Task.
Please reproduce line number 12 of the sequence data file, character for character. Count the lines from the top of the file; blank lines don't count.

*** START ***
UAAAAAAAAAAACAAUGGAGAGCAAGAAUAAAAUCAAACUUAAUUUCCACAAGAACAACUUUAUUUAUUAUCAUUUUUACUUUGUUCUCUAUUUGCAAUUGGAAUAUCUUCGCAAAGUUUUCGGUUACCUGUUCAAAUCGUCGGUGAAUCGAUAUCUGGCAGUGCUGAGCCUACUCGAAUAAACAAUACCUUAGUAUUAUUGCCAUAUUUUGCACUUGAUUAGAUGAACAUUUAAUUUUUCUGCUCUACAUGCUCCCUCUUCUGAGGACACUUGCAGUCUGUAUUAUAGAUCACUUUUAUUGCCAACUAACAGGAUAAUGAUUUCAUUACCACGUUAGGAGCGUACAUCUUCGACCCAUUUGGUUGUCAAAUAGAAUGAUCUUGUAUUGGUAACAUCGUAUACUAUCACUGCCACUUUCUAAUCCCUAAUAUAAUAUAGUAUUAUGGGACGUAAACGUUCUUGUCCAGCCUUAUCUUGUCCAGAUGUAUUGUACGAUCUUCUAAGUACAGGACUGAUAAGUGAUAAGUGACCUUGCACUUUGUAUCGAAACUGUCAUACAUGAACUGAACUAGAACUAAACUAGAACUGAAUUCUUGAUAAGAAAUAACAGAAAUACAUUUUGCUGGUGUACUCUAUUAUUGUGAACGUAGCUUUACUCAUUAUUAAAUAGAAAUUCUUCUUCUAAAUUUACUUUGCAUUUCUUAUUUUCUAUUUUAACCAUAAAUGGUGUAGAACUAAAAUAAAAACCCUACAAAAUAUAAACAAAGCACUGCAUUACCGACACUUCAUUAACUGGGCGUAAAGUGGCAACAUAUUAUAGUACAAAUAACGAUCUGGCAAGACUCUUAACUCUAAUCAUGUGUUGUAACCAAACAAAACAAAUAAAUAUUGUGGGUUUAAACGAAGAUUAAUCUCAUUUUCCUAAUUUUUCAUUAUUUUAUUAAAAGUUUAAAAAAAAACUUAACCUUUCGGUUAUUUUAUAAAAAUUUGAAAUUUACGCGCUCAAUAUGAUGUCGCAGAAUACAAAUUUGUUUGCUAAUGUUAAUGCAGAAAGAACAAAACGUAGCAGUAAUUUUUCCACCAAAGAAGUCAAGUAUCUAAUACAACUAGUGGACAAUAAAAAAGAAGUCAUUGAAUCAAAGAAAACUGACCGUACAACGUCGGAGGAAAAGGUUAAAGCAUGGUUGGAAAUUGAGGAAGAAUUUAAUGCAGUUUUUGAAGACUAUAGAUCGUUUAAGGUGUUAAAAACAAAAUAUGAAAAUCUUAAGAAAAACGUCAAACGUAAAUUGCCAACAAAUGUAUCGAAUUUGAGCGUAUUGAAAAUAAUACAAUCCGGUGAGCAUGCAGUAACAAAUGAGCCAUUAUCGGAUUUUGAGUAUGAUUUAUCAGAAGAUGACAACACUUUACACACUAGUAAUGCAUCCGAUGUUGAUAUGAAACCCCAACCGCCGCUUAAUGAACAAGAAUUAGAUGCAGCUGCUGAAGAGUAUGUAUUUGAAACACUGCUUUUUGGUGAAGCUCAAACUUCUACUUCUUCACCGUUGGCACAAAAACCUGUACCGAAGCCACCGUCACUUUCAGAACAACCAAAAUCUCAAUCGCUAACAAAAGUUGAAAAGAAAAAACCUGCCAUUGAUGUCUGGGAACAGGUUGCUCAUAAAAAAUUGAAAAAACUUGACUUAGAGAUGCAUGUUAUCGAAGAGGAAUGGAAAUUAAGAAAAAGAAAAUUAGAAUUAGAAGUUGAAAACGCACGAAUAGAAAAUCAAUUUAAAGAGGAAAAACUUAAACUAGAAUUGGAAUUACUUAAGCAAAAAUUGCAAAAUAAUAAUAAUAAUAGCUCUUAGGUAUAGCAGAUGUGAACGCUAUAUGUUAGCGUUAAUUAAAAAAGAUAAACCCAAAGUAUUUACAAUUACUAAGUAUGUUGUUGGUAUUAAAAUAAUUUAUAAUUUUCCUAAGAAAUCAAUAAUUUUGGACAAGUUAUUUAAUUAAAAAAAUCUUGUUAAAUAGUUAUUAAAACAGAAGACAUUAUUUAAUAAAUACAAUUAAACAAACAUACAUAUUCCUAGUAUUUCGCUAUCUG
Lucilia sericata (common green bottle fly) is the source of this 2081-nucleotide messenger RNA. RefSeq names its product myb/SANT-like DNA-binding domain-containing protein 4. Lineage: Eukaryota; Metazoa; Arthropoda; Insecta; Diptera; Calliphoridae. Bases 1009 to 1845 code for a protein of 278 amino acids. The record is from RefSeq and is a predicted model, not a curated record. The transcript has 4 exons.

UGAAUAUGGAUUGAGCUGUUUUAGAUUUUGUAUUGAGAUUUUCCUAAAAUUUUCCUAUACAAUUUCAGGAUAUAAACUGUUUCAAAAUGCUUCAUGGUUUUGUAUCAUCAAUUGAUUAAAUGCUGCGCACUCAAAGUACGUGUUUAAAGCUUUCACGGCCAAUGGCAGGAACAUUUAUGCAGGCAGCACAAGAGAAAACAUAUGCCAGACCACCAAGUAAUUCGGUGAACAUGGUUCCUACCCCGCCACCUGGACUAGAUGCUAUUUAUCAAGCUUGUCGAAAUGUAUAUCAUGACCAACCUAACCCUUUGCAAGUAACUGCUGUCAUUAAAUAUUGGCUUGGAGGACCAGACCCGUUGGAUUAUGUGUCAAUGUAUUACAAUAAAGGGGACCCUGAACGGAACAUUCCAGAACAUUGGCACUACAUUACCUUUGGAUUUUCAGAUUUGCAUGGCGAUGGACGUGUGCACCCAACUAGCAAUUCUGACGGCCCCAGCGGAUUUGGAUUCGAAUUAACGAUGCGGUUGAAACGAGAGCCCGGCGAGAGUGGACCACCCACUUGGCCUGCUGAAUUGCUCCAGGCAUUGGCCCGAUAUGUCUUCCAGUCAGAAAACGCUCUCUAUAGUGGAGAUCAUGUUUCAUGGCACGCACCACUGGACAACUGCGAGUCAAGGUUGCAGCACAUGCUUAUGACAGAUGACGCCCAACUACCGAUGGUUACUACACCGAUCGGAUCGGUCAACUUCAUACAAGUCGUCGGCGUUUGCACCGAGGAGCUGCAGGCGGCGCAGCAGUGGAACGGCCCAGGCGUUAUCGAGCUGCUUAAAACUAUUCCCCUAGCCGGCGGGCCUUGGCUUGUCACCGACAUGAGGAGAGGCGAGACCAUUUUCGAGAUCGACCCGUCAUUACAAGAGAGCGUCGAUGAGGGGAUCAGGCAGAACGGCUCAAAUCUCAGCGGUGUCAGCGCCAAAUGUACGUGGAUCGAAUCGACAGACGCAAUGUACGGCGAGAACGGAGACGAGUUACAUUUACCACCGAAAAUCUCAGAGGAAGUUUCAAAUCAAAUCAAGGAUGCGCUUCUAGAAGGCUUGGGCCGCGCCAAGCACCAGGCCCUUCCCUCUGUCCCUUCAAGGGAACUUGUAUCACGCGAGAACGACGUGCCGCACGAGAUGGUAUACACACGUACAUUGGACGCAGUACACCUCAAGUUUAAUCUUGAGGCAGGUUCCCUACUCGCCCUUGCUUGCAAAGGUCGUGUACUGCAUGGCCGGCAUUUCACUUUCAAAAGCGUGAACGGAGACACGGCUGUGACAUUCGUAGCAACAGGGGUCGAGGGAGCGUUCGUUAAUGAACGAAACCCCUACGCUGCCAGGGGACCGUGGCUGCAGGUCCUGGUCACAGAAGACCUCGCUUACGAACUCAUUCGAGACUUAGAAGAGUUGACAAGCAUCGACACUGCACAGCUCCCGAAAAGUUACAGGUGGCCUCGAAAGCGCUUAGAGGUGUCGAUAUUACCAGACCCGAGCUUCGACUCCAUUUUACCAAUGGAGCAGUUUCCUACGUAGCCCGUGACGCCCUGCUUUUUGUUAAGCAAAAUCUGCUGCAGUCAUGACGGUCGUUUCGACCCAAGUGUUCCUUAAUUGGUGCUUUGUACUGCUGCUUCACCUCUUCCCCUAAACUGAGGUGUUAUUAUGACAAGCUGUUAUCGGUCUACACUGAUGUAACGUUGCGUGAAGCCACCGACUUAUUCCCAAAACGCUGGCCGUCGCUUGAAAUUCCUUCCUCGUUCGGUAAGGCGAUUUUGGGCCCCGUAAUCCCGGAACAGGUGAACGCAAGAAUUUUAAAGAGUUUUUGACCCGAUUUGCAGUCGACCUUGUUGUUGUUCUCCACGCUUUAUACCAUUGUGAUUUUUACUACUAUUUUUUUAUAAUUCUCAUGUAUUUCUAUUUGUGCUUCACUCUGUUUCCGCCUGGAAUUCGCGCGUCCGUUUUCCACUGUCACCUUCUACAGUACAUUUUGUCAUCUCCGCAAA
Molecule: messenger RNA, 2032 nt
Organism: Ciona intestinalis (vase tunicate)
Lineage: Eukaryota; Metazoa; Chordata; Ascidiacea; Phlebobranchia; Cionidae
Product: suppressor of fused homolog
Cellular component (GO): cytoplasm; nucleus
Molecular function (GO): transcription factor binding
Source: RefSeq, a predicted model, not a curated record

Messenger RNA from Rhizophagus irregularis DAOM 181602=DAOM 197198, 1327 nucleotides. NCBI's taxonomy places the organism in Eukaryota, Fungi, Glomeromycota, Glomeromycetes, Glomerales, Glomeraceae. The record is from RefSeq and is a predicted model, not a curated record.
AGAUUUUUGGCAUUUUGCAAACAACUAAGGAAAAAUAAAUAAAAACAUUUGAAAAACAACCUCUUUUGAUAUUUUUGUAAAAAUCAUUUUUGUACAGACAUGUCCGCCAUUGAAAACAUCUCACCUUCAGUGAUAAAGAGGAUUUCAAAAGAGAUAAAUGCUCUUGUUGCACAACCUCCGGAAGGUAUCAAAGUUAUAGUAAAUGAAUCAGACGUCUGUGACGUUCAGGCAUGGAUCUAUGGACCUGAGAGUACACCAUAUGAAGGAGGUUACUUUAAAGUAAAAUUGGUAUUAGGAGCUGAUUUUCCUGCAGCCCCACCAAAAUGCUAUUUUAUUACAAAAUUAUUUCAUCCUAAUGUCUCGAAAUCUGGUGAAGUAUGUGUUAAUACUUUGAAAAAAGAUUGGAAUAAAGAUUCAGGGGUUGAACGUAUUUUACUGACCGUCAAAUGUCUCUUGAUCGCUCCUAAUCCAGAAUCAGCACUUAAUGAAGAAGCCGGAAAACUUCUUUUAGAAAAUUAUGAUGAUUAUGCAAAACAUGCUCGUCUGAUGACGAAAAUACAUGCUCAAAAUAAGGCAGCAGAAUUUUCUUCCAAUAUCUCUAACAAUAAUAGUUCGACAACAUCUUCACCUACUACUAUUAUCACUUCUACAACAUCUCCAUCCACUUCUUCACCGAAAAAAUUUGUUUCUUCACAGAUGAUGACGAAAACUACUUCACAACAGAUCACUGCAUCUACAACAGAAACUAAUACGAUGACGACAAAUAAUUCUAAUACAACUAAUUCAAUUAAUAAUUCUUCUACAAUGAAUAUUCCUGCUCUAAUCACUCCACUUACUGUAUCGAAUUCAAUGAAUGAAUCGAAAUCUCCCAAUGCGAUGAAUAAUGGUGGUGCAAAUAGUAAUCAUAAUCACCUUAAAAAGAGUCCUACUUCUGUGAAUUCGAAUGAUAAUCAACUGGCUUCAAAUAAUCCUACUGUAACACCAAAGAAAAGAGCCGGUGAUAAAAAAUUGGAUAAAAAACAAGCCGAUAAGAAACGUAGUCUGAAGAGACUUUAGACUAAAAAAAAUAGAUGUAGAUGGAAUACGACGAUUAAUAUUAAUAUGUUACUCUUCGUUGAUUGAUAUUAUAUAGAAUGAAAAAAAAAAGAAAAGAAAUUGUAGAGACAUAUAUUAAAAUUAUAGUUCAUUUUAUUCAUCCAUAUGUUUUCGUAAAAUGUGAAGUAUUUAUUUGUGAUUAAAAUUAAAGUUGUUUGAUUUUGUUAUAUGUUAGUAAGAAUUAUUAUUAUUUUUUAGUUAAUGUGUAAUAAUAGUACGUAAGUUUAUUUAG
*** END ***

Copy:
AGAUUUUUGGCAUUUUGCAAACAACUAAGGAAAAAUAAAUAAAAACAUUUGAAAAACAACCUCUUUUGAUAUUUUUGUAAAAAUCAUUUUUGUACAGACAUGUCCGCCAUUGAAAACAUCUCACCUUCAGUGAUAAAGAGGAUUUCAAAAGAGAUAAAUGCUCUUGUUGCACAACCUCCGGAAGGUAUCAAAGUUAUAGUAAAUGAAUCAGACGUCUGUGACGUUCAGGCAUGGAUCUAUGGACCUGAGAGUACACCAUAUGAAGGAGGUUACUUUAAAGUAAAAUUGGUAUUAGGAGCUGAUUUUCCUGCAGCCCCACCAAAAUGCUAUUUUAUUACAAAAUUAUUUCAUCCUAAUGUCUCGAAAUCUGGUGAAGUAUGUGUUAAUACUUUGAAAAAAGAUUGGAAUAAAGAUUCAGGGGUUGAACGUAUUUUACUGACCGUCAAAUGUCUCUUGAUCGCUCCUAAUCCAGAAUCAGCACUUAAUGAAGAAGCCGGAAAACUUCUUUUAGAAAAUUAUGAUGAUUAUGCAAAACAUGCUCGUCUGAUGACGAAAAUACAUGCUCAAAAUAAGGCAGCAGAAUUUUCUUCCAAUAUCUCUAACAAUAAUAGUUCGACAACAUCUUCACCUACUACUAUUAUCACUUCUACAACAUCUCCAUCCACUUCUUCACCGAAAAAAUUUGUUUCUUCACAGAUGAUGACGAAAACUACUUCACAACAGAUCACUGCAUCUACAACAGAAACUAAUACGAUGACGACAAAUAAUUCUAAUACAACUAAUUCAAUUAAUAAUUCUUCUACAAUGAAUAUUCCUGCUCUAAUCACUCCACUUACUGUAUCGAAUUCAAUGAAUGAAUCGAAAUCUCCCAAUGCGAUGAAUAAUGGUGGUGCAAAUAGUAAUCAUAAUCACCUUAAAAAGAGUCCUACUUCUGUGAAUUCGAAUGAUAAUCAACUGGCUUCAAAUAAUCCUACUGUAACACCAAAGAAAAGAGCCGGUGAUAAAAAAUUGGAUAAAAAACAAGCCGAUAAGAAACGUAGUCUGAAGAGACUUUAGACUAAAAAAAAUAGAUGUAGAUGGAAUACGACGAUUAAUAUUAAUAUGUUACUCUUCGUUGAUUGAUAUUAUAUAGAAUGAAAAAAAAAAGAAAAGAAAUUGUAGAGACAUAUAUUAAAAUUAUAGUUCAUUUUAUUCAUCCAUAUGUUUUCGUAAAAUGUGAAGUAUUUAUUUGUGAUUAAAAUUAAAGUUGUUUGAUUUUGUUAUAUGUUAGUAAGAAUUAUUAUUAUUUUUUAGUUAAUGUGUAAUAAUAGUACGUAAGUUUAUUUAG